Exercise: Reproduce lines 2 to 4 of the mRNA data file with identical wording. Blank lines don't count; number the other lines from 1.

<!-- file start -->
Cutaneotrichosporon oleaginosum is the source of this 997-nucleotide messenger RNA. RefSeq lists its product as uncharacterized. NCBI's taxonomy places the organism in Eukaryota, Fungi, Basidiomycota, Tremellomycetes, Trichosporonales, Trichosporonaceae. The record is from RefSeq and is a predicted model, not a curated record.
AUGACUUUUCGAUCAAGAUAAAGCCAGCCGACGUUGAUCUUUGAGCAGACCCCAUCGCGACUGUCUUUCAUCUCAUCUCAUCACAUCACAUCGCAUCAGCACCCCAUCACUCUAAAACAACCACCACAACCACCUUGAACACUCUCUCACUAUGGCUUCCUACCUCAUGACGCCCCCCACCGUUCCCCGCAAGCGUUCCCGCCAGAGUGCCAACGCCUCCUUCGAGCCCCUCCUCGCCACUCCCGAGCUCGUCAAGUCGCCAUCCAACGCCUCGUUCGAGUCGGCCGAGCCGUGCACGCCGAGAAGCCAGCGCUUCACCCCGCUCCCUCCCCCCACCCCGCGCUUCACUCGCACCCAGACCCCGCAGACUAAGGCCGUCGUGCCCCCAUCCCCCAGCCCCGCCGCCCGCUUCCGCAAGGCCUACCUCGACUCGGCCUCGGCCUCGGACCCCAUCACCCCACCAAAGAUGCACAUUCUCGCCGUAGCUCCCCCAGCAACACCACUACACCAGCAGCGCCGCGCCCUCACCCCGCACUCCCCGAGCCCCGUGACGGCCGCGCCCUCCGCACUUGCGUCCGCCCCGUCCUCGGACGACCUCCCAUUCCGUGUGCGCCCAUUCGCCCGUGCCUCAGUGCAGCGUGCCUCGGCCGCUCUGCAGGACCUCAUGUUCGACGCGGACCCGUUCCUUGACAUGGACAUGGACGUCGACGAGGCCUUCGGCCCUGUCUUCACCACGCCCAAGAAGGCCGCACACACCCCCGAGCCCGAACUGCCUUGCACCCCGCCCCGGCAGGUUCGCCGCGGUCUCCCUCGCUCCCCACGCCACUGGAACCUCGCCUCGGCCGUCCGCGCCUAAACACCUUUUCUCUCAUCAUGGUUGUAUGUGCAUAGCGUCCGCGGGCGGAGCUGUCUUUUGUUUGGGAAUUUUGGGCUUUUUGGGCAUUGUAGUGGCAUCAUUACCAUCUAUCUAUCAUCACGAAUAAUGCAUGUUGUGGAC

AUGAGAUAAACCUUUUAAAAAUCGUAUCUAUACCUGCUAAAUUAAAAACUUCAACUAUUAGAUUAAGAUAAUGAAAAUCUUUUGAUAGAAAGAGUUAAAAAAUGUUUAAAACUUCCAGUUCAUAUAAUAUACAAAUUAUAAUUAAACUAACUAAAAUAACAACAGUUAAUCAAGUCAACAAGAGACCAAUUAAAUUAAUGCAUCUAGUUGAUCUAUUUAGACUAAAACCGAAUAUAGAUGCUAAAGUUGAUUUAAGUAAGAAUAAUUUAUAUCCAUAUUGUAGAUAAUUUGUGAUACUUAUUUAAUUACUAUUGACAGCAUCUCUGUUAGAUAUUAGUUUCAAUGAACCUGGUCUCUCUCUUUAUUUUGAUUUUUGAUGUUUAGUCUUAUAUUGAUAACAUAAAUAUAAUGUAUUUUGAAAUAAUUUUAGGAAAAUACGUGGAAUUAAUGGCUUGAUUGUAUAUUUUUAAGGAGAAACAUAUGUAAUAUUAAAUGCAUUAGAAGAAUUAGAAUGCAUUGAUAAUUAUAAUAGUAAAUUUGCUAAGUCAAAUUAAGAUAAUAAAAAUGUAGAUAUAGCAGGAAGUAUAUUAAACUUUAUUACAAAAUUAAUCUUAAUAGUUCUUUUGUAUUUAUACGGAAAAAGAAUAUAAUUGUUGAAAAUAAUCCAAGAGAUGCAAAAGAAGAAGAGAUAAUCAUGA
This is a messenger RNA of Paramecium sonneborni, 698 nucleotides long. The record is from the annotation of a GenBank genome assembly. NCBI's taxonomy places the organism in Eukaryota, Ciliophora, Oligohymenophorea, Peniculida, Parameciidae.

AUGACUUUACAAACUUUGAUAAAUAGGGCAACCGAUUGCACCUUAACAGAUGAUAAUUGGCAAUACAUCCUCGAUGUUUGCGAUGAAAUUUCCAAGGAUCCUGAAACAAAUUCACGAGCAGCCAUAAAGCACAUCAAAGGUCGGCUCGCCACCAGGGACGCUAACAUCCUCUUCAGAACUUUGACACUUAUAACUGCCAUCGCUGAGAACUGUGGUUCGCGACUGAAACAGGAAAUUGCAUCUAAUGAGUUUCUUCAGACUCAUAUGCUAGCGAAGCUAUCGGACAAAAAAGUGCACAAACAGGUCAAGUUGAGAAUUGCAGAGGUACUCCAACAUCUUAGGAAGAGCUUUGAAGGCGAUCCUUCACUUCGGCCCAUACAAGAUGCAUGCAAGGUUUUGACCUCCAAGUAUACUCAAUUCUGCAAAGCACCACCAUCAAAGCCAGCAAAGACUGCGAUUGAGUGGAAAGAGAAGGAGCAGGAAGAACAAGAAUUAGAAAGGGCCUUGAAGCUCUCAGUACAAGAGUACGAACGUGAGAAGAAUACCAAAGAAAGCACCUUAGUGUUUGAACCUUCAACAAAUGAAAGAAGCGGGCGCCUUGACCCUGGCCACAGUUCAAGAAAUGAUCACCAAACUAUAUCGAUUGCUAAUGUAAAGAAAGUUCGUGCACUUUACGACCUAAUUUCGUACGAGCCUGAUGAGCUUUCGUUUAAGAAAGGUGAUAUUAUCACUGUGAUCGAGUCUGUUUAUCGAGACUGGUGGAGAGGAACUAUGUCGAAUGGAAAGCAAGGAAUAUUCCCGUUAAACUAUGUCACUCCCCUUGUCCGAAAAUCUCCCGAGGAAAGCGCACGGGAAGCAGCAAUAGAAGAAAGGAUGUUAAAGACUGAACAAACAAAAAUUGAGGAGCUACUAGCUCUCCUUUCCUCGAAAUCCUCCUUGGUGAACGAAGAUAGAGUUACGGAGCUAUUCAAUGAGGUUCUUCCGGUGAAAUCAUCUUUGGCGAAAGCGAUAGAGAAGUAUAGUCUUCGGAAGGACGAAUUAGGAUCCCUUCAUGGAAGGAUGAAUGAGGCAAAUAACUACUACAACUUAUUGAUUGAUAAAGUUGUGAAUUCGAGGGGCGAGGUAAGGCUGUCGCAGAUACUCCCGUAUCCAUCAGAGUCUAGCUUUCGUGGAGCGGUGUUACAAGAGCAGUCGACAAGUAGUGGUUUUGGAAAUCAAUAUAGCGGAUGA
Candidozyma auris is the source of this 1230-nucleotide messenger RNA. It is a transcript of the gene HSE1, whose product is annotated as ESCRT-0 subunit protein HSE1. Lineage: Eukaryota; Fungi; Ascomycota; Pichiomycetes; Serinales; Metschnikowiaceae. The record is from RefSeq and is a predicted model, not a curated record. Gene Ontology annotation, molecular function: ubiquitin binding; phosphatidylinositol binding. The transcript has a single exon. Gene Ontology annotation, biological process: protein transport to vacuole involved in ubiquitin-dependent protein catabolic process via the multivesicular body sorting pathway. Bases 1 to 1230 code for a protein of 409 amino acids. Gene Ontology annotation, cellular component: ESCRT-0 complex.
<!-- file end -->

AUGACUUUUCGAUCAAGAUAAAGCCAGCCGACGUUGAUCUUUGAGCAGACCCCAUCGCGACUGUCUUUCAUCUCAUCUCAUCACAUCACAUCGCAUCAGCACCCCAUCACUCUAAAACAACCACCACAACCACCUUGAACACUCUCUCACUAUGGCUUCCUACCUCAUGACGCCCCCCACCGUUCCCCGCAAGCGUUCCCGCCAGAGUGCCAACGCCUCCUUCGAGCCCCUCCUCGCCACUCCCGAGCUCGUCAAGUCGCCAUCCAACGCCUCGUUCGAGUCGGCCGAGCCGUGCACGCCGAGAAGCCAGCGCUUCACCCCGCUCCCUCCCCCCACCCCGCGCUUCACUCGCACCCAGACCCCGCAGACUAAGGCCGUCGUGCCCCCAUCCCCCAGCCCCGCCGCCCGCUUCCGCAAGGCCUACCUCGACUCGGCCUCGGCCUCGGACCCCAUCACCCCACCAAAGAUGCACAUUCUCGCCGUAGCUCCCCCAGCAACACCACUACACCAGCAGCGCCGCGCCCUCACCCCGCACUCCCCGAGCCCCGUGACGGCCGCGCCCUCCGCACUUGCGUCCGCCCCGUCCUCGGACGACCUCCCAUUCCGUGUGCGCCCAUUCGCCCGUGCCUCAGUGCAGCGUGCCUCGGCCGCUCUGCAGGACCUCAUGUUCGACGCGGACCCGUUCCUUGACAUGGACAUGGACGUCGACGAGGCCUUCGGCCCUGUCUUCACCACGCCCAAGAAGGCCGCACACACCCCCGAGCCCGAACUGCCUUGCACCCCGCCCCGGCAGGUUCGCCGCGGUCUCCCUCGCUCCCCACGCCACUGGAACCUCGCCUCGGCCGUCCGCGCCUAAACACCUUUUCUCUCAUCAUGGUUGUAUGUGCAUAGCGUCCGCGGGCGGAGCUGUCUUUUGUUUGGGAAUUUUGGGCUUUUUGGGCAUUGUAGUGGCAUCAUUACCAUCUAUCUAUCAUCACGAAUAAUGCAUGUUGUGGAC

AUGAGAUAAACCUUUUAAAAAUCGUAUCUAUACCUGCUAAAUUAAAAACUUCAACUAUUAGAUUAAGAUAAUGAAAAUCUUUUGAUAGAAAGAGUUAAAAAAUGUUUAAAACUUCCAGUUCAUAUAAUAUACAAAUUAUAAUUAAACUAACUAAAAUAACAACAGUUAAUCAAGUCAACAAGAGACCAAUUAAAUUAAUGCAUCUAGUUGAUCUAUUUAGACUAAAACCGAAUAUAGAUGCUAAAGUUGAUUUAAGUAAGAAUAAUUUAUAUCCAUAUUGUAGAUAAUUUGUGAUACUUAUUUAAUUACUAUUGACAGCAUCUCUGUUAGAUAUUAGUUUCAAUGAACCUGGUCUCUCUCUUUAUUUUGAUUUUUGAUGUUUAGUCUUAUAUUGAUAACAUAAAUAUAAUGUAUUUUGAAAUAAUUUUAGGAAAAUACGUGGAAUUAAUGGCUUGAUUGUAUAUUUUUAAGGAGAAACAUAUGUAAUAUUAAAUGCAUUAGAAGAAUUAGAAUGCAUUGAUAAUUAUAAUAGUAAAUUUGCUAAGUCAAAUUAAGAUAAUAAAAAUGUAGAUAUAGCAGGAAGUAUAUUAAACUUUAUUACAAAAUUAAUCUUAAUAGUUCUUUUGUAUUUAUACGGAAAAAGAAUAUAAUUGUUGAAAAUAAUCCAAGAGAUGCAAAAGAAGAAGAGAUAAUCAUGA
This is a messenger RNA of Paramecium sonneborni, 698 nucleotides long. The record is from the annotation of a GenBank genome assembly. NCBI's taxonomy places the organism in Eukaryota, Ciliophora, Oligohymenophorea, Peniculida, Parameciidae.